A 26-year-old woman had just stepped out from the Starbucks, using a forged credit card to receive gift cards, when anti-crime officers stopped her and arrested for credit card fraud after she was entering through an emergency exit at Union Square subway station in New York without paying.
The woman initially did not provide identification when Police officer’s Mariano and Reyes stopped her for failure to pay the subway fare at Union Square. Then she showed an ID card to officers and claimed that is she pictured on the ID, while it bore no resemblance to her. According to NYPD News.
After her arrest, the anti-crime team discovered a laptop and credit card skimmer device.The anti-crime officers also investigated the closest Starbucks after uncovering the cards and determined that she had received them with a fraudulent credit card.
The woman was charged with grand larceny, criminal possession of stolen property, identity theft, theft of service, possession of a forged instrument, possession of a skimmer device and criminal trespass.
Although the NYPD officers initially stopped the woman from entering the subway Union Square station without paying, Sgt. Jasmin said that many theft-of-service arrests often discover more crimes, and helping to keep the subways safe.
Credit card fraud and identity theft is the worst crime for the past few years. Credit card fraud is the unauthorized use of a credit or debit card, or similar payment tool, to fraudulently obtain money or property. Credit or debit card numbers can be stolen from unsecured websites or can be stolen in an identity theft scheme. For more additional information visit the FBI’s identity theft website.
FBI tips for avoiding credit card fraud:
- Don’t give out your card number online unless the website is secure and reputable. Sometimes a tiny icon of a green padlock appears to symbolize a higher level of security to transmit data. That icon is not a guarantee of a secure website but provides some assurance.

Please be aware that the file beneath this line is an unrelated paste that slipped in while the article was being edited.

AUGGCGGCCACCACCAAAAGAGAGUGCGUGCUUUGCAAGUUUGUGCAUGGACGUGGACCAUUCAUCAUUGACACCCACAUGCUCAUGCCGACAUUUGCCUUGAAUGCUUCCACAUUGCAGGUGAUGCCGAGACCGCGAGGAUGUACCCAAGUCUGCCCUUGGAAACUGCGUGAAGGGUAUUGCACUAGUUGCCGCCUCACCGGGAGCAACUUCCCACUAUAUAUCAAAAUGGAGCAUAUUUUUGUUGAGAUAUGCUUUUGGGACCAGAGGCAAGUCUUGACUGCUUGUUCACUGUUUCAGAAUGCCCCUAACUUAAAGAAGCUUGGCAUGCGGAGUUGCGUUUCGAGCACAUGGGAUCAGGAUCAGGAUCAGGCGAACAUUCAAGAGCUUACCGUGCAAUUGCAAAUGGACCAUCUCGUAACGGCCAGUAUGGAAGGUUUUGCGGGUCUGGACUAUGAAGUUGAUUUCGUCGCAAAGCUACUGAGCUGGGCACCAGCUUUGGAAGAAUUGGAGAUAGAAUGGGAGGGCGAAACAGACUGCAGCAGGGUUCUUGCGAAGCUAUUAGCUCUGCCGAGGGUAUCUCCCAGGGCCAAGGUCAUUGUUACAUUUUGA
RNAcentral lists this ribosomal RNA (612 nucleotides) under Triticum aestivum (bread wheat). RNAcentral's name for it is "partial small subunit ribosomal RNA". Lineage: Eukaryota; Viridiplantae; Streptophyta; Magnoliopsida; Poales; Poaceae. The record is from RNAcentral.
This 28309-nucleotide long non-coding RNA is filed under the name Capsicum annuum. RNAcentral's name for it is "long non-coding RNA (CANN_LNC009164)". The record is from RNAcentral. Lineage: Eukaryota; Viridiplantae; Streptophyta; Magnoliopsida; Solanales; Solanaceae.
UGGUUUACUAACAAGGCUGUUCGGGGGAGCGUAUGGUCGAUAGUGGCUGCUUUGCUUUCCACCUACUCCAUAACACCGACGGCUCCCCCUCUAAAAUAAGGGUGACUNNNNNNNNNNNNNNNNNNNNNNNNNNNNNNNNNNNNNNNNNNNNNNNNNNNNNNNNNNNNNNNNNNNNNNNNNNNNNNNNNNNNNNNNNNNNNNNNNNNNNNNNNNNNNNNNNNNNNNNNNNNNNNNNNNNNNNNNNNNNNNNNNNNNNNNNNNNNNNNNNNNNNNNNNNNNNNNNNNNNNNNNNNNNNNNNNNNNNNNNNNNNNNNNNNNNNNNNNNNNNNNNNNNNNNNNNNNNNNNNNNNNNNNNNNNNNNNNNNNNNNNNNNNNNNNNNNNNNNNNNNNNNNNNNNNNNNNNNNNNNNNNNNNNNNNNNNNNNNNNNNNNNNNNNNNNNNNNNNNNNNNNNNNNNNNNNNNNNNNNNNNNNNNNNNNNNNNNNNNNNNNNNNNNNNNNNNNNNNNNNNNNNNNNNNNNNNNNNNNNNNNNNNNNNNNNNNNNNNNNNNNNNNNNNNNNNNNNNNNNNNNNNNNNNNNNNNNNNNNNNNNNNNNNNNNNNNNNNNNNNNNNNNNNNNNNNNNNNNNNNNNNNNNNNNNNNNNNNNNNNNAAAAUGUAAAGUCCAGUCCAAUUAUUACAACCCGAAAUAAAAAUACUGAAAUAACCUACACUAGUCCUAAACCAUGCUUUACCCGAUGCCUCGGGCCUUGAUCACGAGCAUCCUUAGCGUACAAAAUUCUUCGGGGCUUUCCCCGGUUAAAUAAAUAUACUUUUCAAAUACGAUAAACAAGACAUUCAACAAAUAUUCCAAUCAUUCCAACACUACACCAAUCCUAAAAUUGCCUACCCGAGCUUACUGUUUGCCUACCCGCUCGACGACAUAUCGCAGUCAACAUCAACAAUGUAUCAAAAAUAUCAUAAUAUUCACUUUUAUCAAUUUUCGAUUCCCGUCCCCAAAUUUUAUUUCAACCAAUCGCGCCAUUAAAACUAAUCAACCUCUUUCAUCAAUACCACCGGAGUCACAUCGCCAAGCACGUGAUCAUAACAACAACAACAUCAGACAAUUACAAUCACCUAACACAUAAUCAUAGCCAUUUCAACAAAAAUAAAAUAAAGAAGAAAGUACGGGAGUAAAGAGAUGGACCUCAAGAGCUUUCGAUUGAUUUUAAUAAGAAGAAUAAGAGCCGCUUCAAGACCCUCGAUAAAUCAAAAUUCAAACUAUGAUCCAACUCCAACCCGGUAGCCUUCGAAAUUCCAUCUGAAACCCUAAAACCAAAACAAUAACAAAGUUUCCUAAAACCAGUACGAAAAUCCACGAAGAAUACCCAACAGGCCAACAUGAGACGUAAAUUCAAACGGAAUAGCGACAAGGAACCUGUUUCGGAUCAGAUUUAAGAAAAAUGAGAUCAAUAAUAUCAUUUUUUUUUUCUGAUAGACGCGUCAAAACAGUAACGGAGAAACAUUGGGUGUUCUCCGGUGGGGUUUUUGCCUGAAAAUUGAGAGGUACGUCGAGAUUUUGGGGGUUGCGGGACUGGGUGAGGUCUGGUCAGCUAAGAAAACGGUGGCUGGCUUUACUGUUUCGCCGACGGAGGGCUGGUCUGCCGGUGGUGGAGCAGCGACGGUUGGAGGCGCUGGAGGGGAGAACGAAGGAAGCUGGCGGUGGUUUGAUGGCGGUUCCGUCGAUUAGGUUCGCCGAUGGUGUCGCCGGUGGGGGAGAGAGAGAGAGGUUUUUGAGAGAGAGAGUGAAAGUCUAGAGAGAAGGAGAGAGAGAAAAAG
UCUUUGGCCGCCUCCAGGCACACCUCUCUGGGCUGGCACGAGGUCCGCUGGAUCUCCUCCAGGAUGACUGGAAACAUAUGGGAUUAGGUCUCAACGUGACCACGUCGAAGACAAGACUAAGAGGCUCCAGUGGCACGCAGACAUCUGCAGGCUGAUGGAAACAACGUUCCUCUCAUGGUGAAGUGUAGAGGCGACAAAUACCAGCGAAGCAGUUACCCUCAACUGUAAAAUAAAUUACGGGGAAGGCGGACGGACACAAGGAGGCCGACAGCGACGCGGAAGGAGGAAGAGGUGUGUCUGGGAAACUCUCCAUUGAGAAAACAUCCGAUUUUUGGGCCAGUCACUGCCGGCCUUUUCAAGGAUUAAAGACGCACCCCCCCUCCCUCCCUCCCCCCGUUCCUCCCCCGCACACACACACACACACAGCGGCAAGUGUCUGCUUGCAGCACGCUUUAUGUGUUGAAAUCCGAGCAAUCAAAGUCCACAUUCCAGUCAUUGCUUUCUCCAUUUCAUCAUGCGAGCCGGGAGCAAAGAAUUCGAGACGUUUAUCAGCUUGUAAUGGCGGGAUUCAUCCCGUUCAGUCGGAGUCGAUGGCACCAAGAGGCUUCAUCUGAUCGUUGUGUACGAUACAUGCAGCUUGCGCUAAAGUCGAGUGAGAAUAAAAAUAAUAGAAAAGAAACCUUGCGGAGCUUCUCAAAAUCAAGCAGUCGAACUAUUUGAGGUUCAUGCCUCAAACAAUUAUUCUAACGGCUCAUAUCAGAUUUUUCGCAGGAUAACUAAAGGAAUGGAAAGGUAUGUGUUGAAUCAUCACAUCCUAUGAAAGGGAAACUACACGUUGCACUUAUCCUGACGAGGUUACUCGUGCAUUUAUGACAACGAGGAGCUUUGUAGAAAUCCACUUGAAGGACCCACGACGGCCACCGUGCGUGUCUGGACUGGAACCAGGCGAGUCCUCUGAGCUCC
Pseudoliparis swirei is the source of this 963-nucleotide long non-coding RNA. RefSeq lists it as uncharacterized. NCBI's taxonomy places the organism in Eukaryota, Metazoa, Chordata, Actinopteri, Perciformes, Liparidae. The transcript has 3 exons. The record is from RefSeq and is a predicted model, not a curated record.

- Never trust a website just because it claims to be secure.
- Before using the website, check out the encryption security software it uses.
- Make sure you are purchasing merchandise from a trusted source.
- Complete your homework on the company or individual to make sure that they are legitimate.
Check and obtain a physical address rather than simply a P.O Box and a phone number, and call the vendor to see if the phone number is correct and working.
- Send an email to the vendor to make sure the email address is active, and be wary of those that utilize free email service where a payment wasn’t required to open the email account.
- Consider not purchasing from vendors if they don’t provide with this type of information.
- Check with the BBB (Better Business Bureau) from the vendor’s area.
- Be cautious when responding to some or special investment offers, especially through unknown or unsolicited emails.
- Be cautious when dealing with vendors from outside your town or country.
- If possible, purchase items online using your credit card. You can always dispute the transaction if something goes wrong.
- Make sure the purchase transaction is secure when you electronically send your credit or debit card number.
- Keep the list of all your cards and account information together with the card issuer’s contact information. If anything suspicious or you lose your card, contact the bank credit card issuer immediately.